Who Can Deduct Mortgage Interest?

Get answers to frequently asked questions about who can deduct mortgage interest on their taxes.

Laura Adams, MBA
3-minute read


One of the most confusing tax breaks is the mortgage interest tax deduction. When you’re eligible to deduct mortgage interest but don’t, you leave a lot of money on the table by overpaying taxes. And claiming the deduction when you’re not eligible can get you into trouble with the IRS!

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Who Can Deduct Mortgage Interest?

First, let’s cover the 2 conditions you must meet in order to deduct mortgage interest.

The interest you pay on a mortgage or a home equity line of credit (HELOC) for your primary residence or a second home can be deducted from your income when you:

  1. File taxes on Form 1040 and itemize deductions on Schedule A.

  2. Have a secured debt on a qualified home in which you have an ownership interest.

Those conditions sound simple, but understanding how they apply to different ownership situations can be somewhat complex.

5 Common Questions About Claiming the Mortgage Interest Deduction

Here are 5 common questions from Money Girl readers and podcast listeners about who can deduct mortgage interest on their taxes:

Question #1: When multiple people buy a home together, who gets to claim the mortgage interest deduction? 

Each owner can deduct the amount of interest they pay (if they itemize deductions on Schedule A). So if you own 25% of a home and pay a quarter of the mortgage payment, you can deduct a quarter of the interest. But if you pay the entire mortgage, you’re entitled to claim the full interest amount.

Question #2: I own a home with my partner—but I pay the mortgage. Can I take the full mortgage interest tax deduction?
Yes, if you’re a legal owner of the home and pay the entire mortgage, you can claim the full amount of mortgage interest if you itemize on Schedule A.

Question #3: I’m married and file taxes jointly, but my wife is the only one listed on our house deed and mortgage. Can I claim the mortgage interest deduction?

When you file taxes jointly, you pool both of your income and tax deductions together on one tax return. So you get the tax break as a couple when you file a joint return and itemize deductions on Schedule A.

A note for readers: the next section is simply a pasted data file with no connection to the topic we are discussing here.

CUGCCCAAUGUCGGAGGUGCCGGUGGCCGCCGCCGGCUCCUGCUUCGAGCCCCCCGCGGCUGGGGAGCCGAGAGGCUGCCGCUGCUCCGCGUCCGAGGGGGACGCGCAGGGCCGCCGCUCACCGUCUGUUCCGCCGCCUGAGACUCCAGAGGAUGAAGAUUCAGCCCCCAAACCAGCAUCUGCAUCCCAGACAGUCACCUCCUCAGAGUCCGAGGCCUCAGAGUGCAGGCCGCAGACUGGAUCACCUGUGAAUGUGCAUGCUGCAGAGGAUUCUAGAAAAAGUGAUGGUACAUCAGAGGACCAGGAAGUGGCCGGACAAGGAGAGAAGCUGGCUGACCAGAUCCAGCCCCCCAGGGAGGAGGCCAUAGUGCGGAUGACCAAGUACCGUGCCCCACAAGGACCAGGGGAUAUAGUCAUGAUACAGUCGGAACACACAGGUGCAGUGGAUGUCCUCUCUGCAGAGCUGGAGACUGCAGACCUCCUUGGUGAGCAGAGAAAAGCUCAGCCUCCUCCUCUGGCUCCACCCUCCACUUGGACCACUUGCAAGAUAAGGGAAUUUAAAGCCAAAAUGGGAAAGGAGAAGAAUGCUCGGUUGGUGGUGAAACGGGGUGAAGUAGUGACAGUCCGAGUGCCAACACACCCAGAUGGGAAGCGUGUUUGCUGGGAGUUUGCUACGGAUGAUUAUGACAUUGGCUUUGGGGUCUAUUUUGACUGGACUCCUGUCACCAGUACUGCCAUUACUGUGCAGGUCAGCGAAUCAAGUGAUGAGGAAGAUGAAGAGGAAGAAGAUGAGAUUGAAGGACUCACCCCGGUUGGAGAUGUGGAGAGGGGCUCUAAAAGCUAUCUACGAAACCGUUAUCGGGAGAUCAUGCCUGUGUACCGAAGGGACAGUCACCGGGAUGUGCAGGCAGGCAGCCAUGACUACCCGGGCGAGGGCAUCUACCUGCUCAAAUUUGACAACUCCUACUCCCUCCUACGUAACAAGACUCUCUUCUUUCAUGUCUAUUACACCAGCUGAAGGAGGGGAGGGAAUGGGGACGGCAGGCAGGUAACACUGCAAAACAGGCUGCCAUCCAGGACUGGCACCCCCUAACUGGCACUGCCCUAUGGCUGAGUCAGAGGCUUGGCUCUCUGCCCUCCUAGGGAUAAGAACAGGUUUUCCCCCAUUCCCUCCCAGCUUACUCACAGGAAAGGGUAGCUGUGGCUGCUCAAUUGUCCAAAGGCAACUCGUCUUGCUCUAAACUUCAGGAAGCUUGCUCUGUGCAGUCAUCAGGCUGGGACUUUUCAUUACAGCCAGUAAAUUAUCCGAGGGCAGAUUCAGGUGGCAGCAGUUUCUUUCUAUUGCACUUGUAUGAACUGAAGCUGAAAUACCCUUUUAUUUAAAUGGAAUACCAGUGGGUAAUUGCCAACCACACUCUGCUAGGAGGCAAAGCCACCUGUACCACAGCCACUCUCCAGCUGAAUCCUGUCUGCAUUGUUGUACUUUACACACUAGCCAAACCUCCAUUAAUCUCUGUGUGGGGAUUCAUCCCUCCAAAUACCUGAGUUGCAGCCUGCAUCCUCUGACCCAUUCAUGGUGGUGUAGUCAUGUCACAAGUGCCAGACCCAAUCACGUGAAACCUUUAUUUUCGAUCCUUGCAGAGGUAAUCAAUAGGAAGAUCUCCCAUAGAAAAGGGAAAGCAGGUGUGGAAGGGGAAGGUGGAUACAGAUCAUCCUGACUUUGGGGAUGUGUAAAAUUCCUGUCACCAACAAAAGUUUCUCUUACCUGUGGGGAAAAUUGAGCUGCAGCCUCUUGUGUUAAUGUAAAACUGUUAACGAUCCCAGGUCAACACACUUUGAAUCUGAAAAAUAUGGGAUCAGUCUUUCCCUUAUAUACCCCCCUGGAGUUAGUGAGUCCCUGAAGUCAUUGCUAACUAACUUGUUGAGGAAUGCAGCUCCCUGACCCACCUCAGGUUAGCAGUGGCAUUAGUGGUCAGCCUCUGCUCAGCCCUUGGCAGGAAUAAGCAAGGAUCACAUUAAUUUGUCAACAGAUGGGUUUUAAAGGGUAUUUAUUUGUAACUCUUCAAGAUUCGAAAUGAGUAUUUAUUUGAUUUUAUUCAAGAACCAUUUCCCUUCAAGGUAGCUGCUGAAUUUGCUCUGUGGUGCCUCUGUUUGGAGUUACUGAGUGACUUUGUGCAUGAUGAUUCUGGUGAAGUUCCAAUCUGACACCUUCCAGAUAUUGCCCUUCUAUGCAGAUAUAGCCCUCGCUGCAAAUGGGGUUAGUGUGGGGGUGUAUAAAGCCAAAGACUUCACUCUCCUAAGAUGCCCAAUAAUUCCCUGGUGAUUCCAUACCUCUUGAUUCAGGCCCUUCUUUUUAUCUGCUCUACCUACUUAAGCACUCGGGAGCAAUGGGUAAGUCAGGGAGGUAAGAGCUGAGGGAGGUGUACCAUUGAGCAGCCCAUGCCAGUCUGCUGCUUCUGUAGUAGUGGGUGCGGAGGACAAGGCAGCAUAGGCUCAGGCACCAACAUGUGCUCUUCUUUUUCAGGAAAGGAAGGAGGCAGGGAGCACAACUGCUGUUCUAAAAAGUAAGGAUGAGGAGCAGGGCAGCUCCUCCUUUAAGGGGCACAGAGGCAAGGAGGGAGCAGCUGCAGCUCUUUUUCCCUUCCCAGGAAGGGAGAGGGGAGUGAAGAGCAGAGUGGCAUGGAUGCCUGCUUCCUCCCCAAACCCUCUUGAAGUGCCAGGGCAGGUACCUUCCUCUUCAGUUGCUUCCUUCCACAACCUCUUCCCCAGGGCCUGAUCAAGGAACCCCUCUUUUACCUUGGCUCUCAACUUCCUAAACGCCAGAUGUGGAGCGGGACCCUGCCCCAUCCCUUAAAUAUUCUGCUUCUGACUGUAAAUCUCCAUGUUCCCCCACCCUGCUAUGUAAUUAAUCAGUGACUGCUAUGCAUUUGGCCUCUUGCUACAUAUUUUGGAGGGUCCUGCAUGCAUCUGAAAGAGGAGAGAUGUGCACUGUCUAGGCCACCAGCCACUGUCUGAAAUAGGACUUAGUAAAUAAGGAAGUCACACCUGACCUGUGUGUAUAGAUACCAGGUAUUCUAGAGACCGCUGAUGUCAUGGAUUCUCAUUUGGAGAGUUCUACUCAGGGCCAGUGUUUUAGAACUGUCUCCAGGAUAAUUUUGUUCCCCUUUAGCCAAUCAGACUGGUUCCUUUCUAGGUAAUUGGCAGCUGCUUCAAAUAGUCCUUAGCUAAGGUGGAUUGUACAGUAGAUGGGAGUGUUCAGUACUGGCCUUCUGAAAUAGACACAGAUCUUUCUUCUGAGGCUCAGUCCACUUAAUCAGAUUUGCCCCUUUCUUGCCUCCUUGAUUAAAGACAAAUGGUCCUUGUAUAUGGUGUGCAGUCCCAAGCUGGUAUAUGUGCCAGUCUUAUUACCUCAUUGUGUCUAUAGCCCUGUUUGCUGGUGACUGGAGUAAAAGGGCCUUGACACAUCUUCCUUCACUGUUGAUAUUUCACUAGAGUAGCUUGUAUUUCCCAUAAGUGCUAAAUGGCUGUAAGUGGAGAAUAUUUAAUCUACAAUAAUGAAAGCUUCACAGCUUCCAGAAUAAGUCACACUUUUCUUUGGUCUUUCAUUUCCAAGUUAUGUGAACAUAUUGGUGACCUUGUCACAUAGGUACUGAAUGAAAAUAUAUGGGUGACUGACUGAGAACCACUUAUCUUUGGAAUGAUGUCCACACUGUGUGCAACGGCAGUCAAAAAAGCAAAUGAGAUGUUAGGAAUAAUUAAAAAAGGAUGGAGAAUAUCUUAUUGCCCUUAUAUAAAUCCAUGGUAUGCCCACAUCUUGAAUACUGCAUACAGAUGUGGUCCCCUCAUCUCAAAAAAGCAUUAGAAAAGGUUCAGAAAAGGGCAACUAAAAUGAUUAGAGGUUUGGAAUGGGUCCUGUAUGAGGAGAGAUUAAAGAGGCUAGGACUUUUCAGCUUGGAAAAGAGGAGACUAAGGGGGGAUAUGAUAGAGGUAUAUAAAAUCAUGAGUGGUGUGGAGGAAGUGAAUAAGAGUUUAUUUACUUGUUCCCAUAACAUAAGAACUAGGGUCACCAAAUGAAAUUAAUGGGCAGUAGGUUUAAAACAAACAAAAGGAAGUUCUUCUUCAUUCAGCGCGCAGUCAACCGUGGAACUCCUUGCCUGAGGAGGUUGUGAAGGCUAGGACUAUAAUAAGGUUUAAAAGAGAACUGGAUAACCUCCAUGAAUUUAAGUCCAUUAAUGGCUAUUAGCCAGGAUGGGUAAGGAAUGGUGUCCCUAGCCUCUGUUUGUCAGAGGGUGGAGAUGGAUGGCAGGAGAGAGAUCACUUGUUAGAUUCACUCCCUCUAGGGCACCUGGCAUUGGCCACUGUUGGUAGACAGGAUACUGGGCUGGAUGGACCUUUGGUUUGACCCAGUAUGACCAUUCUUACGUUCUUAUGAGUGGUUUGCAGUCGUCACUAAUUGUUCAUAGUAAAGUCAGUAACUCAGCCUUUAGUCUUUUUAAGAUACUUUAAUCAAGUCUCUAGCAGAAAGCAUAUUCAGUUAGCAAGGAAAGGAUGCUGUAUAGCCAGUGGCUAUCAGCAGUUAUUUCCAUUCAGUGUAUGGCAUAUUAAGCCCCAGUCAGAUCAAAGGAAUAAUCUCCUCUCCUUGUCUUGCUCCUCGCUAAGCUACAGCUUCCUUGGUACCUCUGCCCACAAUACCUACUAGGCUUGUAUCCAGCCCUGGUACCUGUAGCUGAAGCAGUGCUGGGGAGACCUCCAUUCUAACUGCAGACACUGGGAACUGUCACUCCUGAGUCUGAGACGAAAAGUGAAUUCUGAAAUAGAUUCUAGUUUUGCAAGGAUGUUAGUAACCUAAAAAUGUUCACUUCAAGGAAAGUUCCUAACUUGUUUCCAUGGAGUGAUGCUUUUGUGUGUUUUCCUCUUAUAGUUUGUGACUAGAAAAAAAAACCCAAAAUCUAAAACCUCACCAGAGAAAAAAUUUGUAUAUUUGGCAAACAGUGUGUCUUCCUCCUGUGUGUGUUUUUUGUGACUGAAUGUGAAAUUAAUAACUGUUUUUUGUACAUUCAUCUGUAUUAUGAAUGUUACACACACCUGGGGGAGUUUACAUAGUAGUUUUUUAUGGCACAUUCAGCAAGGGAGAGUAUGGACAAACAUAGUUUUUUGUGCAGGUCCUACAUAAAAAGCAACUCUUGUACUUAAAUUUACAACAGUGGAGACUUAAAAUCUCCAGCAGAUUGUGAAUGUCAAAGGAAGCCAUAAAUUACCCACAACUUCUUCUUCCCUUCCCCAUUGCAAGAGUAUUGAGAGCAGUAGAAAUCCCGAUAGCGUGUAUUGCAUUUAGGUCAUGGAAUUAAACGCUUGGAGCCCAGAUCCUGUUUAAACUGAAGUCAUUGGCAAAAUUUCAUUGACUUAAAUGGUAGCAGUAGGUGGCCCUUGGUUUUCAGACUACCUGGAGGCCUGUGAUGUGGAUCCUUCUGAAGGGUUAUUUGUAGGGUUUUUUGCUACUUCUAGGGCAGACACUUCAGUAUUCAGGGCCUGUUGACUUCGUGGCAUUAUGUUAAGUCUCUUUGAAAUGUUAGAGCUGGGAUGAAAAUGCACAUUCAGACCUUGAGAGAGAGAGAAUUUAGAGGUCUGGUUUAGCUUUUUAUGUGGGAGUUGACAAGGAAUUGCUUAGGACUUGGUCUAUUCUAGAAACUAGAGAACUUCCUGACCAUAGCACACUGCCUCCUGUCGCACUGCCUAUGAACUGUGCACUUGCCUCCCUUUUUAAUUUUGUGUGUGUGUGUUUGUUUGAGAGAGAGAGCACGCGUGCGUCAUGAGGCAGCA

Question #4: I’m paying my son’s mortgage for him while he’s unemployed. Can I claim the mortgage interest deduction on my taxes?

No, you can’t claim the mortgage interest deduction for someone else’s debt unless you are a legal or equitable owner of the property. Just making mortgage payments for a friend or family member doesn’t entitle you to the deduction.

Question #5: I bought a vacation home with my brother and we each pay half the mortgage each month. But my name is the only one listed on Form 1098—does that mean I can claim the entire mortgage interest deduction?

No, you can only claim the deduction for the amount of interest you actually paid. Lenders typically send out a mortgage interest statement, which is Form 1098, at the end of the tax year to indicate the total interest paid—not who’s entitled to a deduction.

Taxpayers are responsible for deducting the correct amount of interest paid, regardless of whose name or Social Security number is listed on the form or who receives it in the mail.

Watch the Mortgage Interest FAQ (VIDEO) for more information about this tax break and additional answers to frequently asked questions.

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About the Author

Laura Adams, MBA

Laura Adams received an MBA from the University of Florida. She's an award-winning personal finance author, speaker, and consumer advocate who is a frequent, trusted source for the national media. Money-Smart Solopreneur: A Personal Finance System for Freelancers, Entrepreneurs, and Side-Hustlersbook is her newest title. Laura's previous book, Debt-Free Blueprint: How to Get Out of Debt and Build a Financial Life You Love, was an Amazon #1 New Release. Do you have a money question? Call the Money Girl listener line at 302-364-0308. Your question could be featured on the show.